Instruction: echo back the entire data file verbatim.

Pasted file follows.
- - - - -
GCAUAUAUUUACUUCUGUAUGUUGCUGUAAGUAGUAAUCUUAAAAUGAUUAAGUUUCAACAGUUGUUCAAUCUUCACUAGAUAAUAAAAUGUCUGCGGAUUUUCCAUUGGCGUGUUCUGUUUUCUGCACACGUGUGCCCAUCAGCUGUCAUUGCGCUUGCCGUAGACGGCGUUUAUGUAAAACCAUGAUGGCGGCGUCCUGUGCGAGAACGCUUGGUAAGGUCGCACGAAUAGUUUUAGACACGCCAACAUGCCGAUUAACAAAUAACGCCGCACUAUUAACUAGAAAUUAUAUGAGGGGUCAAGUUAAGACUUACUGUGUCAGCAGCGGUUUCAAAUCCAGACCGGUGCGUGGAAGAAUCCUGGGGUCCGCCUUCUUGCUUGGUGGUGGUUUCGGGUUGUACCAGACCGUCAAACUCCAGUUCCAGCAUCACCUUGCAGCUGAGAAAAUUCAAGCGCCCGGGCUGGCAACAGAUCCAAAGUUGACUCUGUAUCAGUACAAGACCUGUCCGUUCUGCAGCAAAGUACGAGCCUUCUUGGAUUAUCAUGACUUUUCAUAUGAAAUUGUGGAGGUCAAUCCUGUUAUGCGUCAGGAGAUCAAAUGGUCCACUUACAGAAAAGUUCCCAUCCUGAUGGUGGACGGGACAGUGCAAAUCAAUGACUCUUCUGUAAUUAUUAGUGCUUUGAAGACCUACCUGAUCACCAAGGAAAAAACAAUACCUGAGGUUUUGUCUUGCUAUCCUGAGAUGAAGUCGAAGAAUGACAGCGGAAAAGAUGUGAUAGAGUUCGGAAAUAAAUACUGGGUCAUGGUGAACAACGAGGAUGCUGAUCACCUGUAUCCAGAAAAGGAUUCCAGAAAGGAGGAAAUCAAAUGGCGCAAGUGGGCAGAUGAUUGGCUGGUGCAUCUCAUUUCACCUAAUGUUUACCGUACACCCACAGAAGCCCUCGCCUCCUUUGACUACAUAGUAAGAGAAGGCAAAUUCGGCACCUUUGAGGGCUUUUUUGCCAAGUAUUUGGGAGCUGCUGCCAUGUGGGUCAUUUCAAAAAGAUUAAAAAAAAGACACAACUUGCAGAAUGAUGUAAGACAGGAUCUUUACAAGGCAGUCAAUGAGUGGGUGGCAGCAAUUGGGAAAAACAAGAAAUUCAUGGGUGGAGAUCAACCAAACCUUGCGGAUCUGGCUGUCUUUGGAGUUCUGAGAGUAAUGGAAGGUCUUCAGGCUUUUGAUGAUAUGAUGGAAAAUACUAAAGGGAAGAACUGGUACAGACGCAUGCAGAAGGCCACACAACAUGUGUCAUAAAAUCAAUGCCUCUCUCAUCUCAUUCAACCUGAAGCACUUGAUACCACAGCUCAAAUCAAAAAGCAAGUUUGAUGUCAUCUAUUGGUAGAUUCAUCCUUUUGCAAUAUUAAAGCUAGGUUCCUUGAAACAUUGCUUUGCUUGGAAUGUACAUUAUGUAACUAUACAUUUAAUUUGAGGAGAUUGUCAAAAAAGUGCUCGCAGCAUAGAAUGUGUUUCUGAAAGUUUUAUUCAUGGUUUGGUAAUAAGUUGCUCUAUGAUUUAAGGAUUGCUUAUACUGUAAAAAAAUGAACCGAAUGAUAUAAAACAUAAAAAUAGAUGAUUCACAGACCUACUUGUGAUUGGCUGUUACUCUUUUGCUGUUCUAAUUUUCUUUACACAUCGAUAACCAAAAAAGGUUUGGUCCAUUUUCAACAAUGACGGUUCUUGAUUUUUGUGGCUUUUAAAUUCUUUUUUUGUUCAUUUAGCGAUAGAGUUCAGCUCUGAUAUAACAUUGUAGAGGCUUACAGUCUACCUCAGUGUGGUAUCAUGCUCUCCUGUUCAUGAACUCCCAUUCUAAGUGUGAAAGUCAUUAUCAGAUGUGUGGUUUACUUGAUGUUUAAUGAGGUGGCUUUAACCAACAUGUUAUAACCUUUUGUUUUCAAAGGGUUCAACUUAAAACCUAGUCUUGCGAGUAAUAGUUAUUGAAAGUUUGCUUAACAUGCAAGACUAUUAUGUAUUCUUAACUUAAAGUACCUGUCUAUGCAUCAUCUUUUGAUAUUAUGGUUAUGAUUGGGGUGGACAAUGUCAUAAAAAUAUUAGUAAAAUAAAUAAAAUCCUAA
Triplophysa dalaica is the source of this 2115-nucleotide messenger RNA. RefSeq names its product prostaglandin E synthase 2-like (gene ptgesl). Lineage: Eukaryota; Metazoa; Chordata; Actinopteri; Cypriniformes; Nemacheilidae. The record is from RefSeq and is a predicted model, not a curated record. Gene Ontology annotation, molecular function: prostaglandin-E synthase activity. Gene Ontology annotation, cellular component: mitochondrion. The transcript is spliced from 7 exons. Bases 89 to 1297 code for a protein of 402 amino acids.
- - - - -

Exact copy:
GCAUAUAUUUACUUCUGUAUGUUGCUGUAAGUAGUAAUCUUAAAAUGAUUAAGUUUCAACAGUUGUUCAAUCUUCACUAGAUAAUAAAAUGUCUGCGGAUUUUCCAUUGGCGUGUUCUGUUUUCUGCACACGUGUGCCCAUCAGCUGUCAUUGCGCUUGCCGUAGACGGCGUUUAUGUAAAACCAUGAUGGCGGCGUCCUGUGCGAGAACGCUUGGUAAGGUCGCACGAAUAGUUUUAGACACGCCAACAUGCCGAUUAACAAAUAACGCCGCACUAUUAACUAGAAAUUAUAUGAGGGGUCAAGUUAAGACUUACUGUGUCAGCAGCGGUUUCAAAUCCAGACCGGUGCGUGGAAGAAUCCUGGGGUCCGCCUUCUUGCUUGGUGGUGGUUUCGGGUUGUACCAGACCGUCAAACUCCAGUUCCAGCAUCACCUUGCAGCUGAGAAAAUUCAAGCGCCCGGGCUGGCAACAGAUCCAAAGUUGACUCUGUAUCAGUACAAGACCUGUCCGUUCUGCAGCAAAGUACGAGCCUUCUUGGAUUAUCAUGACUUUUCAUAUGAAAUUGUGGAGGUCAAUCCUGUUAUGCGUCAGGAGAUCAAAUGGUCCACUUACAGAAAAGUUCCCAUCCUGAUGGUGGACGGGACAGUGCAAAUCAAUGACUCUUCUGUAAUUAUUAGUGCUUUGAAGACCUACCUGAUCACCAAGGAAAAAACAAUACCUGAGGUUUUGUCUUGCUAUCCUGAGAUGAAGUCGAAGAAUGACAGCGGAAAAGAUGUGAUAGAGUUCGGAAAUAAAUACUGGGUCAUGGUGAACAACGAGGAUGCUGAUCACCUGUAUCCAGAAAAGGAUUCCAGAAAGGAGGAAAUCAAAUGGCGCAAGUGGGCAGAUGAUUGGCUGGUGCAUCUCAUUUCACCUAAUGUUUACCGUACACCCACAGAAGCCCUCGCCUCCUUUGACUACAUAGUAAGAGAAGGCAAAUUCGGCACCUUUGAGGGCUUUUUUGCCAAGUAUUUGGGAGCUGCUGCCAUGUGGGUCAUUUCAAAAAGAUUAAAAAAAAGACACAACUUGCAGAAUGAUGUAAGACAGGAUCUUUACAAGGCAGUCAAUGAGUGGGUGGCAGCAAUUGGGAAAAACAAGAAAUUCAUGGGUGGAGAUCAACCAAACCUUGCGGAUCUGGCUGUCUUUGGAGUUCUGAGAGUAAUGGAAGGUCUUCAGGCUUUUGAUGAUAUGAUGGAAAAUACUAAAGGGAAGAACUGGUACAGACGCAUGCAGAAGGCCACACAACAUGUGUCAUAAAAUCAAUGCCUCUCUCAUCUCAUUCAACCUGAAGCACUUGAUACCACAGCUCAAAUCAAAAAGCAAGUUUGAUGUCAUCUAUUGGUAGAUUCAUCCUUUUGCAAUAUUAAAGCUAGGUUCCUUGAAACAUUGCUUUGCUUGGAAUGUACAUUAUGUAACUAUACAUUUAAUUUGAGGAGAUUGUCAAAAAAGUGCUCGCAGCAUAGAAUGUGUUUCUGAAAGUUUUAUUCAUGGUUUGGUAAUAAGUUGCUCUAUGAUUUAAGGAUUGCUUAUACUGUAAAAAAAUGAACCGAAUGAUAUAAAACAUAAAAAUAGAUGAUUCACAGACCUACUUGUGAUUGGCUGUUACUCUUUUGCUGUUCUAAUUUUCUUUACACAUCGAUAACCAAAAAAGGUUUGGUCCAUUUUCAACAAUGACGGUUCUUGAUUUUUGUGGCUUUUAAAUUCUUUUUUUGUUCAUUUAGCGAUAGAGUUCAGCUCUGAUAUAACAUUGUAGAGGCUUACAGUCUACCUCAGUGUGGUAUCAUGCUCUCCUGUUCAUGAACUCCCAUUCUAAGUGUGAAAGUCAUUAUCAGAUGUGUGGUUUACUUGAUGUUUAAUGAGGUGGCUUUAACCAACAUGUUAUAACCUUUUGUUUUCAAAGGGUUCAACUUAAAACCUAGUCUUGCGAGUAAUAGUUAUUGAAAGUUUGCUUAACAUGCAAGACUAUUAUGUAUUCUUAACUUAAAGUACCUGUCUAUGCAUCAUCUUUUGAUAUUAUGGUUAUGAUUGGGGUGGACAAUGUCAUAAAAAUAUUAGUAAAAUAAAUAAAAUCCUAA
Triplophysa dalaica is the source of this 2115-nucleotide messenger RNA. RefSeq names its product prostaglandin E synthase 2-like (gene ptgesl). Lineage: Eukaryota; Metazoa; Chordata; Actinopteri; Cypriniformes; Nemacheilidae. The record is from RefSeq and is a predicted model, not a curated record. Gene Ontology annotation, molecular function: prostaglandin-E synthase activity. Gene Ontology annotation, cellular component: mitochondrion. The transcript is spliced from 7 exons. Bases 89 to 1297 code for a protein of 402 amino acids.